Wednesday, 27 April 2011

Beer and a book....but what goes best??

One thing that Ive found myself to enjoy more and more over last couple of years (other then beer and now blogging of course) is reading. Now I know for most people, reading is no big whoop, but for didn't always come naturally. I spent time from time at primary school in a special needs class for reading, writing and maths which also carried on to secondary school until due to budget cuts etc... they got rid of special needs classes (nice one). So stuck in a school that unless you had a medical reason to struggle i.e dyslexia, ADHD wouldn't get much more help above the ever helpful "well pay more attention then" so reading proper books was something that always seemed daunting, and reading a novel...unlikely. Luckily, in my later years at school, I started to get better at reading and writing (although as I say often in this blog...its still not great) and in year 10 I read my first novel which was owing to a new film coming out at the time, a James Bond book...Casino Royale in fact. After that I started to read more and more and now I would say that my readings as good as it needs to be, and I'm enjoying reading books that as an early teenager...I would of never guessed I could.

Right. I went slightly off topic there, but I'll bring it back to beer with this...what type of beer goes best when reading a good book? This is something that I know could have a lot of factors. The genre of the book, where I'm reading and just what mood I'm in, but I feel its something worth me testing just to see for myself (and for you dear readers aswell).

I'll try this over a course of a few evenings because wile having a beer or 2 might relax and make the book reading experience more enjoyable...getting smashed when trying to read just wont end well. The book I shall be reading is "Dragon Haven" by Robin Hobb which is the second novel in the Rain Wind Chronicles, and if its as good as the first...should be a bloomin good read. I'll say this now...I'm not reviewing the book in the blog and I wont be going into as massive detail of each beer as normal, only enough to give a good idea on how it suites to going with a book.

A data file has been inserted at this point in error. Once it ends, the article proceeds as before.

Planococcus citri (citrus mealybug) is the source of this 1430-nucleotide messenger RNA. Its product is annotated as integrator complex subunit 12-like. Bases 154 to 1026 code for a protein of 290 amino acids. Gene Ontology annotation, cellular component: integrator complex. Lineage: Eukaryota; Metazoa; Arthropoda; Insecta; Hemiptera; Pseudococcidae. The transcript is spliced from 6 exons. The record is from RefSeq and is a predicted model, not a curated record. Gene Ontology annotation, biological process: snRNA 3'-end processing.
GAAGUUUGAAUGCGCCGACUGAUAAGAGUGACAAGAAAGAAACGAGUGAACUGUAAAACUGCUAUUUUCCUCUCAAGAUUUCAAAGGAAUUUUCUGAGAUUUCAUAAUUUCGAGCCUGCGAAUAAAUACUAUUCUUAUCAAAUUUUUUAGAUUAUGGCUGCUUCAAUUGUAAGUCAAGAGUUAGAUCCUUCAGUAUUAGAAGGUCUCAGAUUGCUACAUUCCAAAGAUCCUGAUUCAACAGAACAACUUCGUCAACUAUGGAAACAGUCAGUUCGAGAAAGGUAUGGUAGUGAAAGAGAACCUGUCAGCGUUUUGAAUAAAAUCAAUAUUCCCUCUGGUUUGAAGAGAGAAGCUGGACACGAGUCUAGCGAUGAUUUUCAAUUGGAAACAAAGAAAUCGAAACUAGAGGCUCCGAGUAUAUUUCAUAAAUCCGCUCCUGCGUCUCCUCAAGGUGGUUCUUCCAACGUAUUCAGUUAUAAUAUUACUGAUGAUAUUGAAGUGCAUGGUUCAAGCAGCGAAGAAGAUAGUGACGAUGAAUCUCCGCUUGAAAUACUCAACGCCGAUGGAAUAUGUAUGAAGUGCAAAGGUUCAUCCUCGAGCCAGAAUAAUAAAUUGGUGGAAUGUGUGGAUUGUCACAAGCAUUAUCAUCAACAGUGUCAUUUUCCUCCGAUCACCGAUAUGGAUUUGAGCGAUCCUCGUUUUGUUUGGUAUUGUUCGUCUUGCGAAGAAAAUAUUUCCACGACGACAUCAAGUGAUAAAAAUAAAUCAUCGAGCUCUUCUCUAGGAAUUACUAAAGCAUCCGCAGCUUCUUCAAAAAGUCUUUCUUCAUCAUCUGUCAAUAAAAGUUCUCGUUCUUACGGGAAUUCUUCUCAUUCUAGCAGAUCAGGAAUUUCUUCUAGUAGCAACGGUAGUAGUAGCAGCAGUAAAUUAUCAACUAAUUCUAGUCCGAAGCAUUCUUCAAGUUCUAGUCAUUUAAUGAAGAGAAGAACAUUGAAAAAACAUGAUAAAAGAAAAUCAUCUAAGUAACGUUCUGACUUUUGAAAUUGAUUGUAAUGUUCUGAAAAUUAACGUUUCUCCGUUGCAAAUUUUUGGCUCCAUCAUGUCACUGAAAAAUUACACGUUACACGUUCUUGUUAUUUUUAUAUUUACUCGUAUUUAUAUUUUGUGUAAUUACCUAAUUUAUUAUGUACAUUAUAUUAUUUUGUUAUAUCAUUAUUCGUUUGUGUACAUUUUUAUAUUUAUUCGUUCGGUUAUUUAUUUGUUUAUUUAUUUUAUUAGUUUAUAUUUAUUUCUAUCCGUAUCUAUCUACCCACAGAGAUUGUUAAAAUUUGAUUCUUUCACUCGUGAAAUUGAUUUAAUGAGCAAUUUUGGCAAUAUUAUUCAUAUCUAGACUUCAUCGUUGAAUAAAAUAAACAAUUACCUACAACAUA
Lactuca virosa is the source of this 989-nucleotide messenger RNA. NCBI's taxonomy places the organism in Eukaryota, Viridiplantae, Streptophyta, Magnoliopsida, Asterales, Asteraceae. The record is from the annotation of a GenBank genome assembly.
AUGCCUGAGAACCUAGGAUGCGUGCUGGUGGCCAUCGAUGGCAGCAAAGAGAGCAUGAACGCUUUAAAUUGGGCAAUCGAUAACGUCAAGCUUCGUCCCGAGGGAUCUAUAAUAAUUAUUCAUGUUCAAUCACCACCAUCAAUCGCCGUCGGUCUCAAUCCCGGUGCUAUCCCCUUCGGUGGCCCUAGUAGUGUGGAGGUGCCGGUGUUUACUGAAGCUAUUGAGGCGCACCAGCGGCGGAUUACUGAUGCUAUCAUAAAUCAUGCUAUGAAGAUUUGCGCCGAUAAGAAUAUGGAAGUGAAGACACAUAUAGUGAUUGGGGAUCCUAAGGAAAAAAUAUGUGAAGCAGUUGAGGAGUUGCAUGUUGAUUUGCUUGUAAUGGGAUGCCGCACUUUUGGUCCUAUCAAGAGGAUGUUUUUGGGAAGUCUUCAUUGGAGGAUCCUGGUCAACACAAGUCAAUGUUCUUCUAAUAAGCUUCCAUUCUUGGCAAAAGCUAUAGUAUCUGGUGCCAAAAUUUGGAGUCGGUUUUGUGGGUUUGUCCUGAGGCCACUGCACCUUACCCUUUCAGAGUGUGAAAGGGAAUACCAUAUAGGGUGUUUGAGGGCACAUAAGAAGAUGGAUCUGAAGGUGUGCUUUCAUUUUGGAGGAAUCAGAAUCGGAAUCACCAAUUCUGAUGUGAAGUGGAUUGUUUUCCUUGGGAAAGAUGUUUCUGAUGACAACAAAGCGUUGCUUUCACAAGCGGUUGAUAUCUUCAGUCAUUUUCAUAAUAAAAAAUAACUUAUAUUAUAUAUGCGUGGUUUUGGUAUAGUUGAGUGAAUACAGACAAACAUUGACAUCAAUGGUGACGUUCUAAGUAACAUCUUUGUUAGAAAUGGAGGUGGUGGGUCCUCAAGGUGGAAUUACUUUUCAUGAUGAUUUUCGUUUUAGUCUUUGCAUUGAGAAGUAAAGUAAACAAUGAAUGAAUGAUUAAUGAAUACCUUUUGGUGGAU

O.k. First up is a barley wine. Sierra Nevada's Bigfoot barley wine. A rich burgundy colour, chewy and with a sweet raisin flavour that's balanced nicely with the classic citric character of American hops gives this beer a distinctive taste. A 9.6% ABV its alcohol content is noticeable in the taste, but its matched well by the other flavours which helps its last longer on the palate and becomes a beer to savour, which in turn means this beer lasts a few chapters before the glass is drained. Just the kind of thing I'm looking for.

Next up is a German beer style...a weizenbock. Erdinger Pikantus is a rich deep brown beer with a sweet banana and cloves aroma which is typical for the style, but its creamy and full bodied mouth feel matched with an overly sweet prune, maltyness and a flavour fight that's joined with cloves, banana, brown sugar, a tad medicinal flavour with a slight yeast astringency sends this beer off in many different directions and makes it probably too complicated to enjoy when trying to concentrate on a book. A reasonable beer, but it has too much going on.

Now for a classic English premium bitter with Black Sheep Ale. A wonderful chestnut brown with the classic thick northern head. This beer is packed with flavour starting with the refreshingly dry bitterness of English hops that's soon followed by a sweet richness of oranges and toffee that's coats the tongue with lasting flavour. Plenty going on but unlike the Erdinger, its simple and quaffable and because its got a crisp, lasting taste it means you can just get down and enjoy the book. Fits the bill nicely.

Back to Germany for a lager, but not just any old larger ohh no, this is a Kellerbier.Kellerbier is one of the oldest beer styles in existence and its unfiltered, unpasteurised and is full of vitamins from the yeast still in the never mind the health pills, drink this! St Georgen Brau has a lovely toasty malt and slight tart fruit aroma with a nice buttery mouth feel and a strong malty back bone. Flavours of sweet honey, caramel and a smack of earthy hop bitterness...its very refreshing. Very similar book reading value as the Black Sheep Ale, but it goes down a bit faster, which is both a good and bad thing. I just wish all lager was this good!

Now we have Oerbier from De Dolle Brouwers (literally means "the mad brewers") brewery in Belgium. A deep tawny, chestnut brown colour with a faint lacing head with a good show of carbonation. Wonderfully Bramley apple nose with a sweet berry and malt background that's followed by a good alcohol kick. Creamy with a silk smooth body that flows beautifully over the tongue. Tart apple, a sweet Caramel maltyness and currents dominate the flavour, but with sharp oranges and honey following make this a lovely complex beer, but unlike the Erdinger, its
balances well enough to allow you to read and enjoy this beer for the fantastic brew it is. I wish had more room to describe it but I must move on. A new edition to my favourite beer list me thinks.

Well this is part 1. So far, I feel a good Strong beer with good flavour, but with not too much going on seems to be best for reading what I will say is a blood good book. I will continue this quest soon. Cheers for reading, and don't forget to look out for part 2 :)

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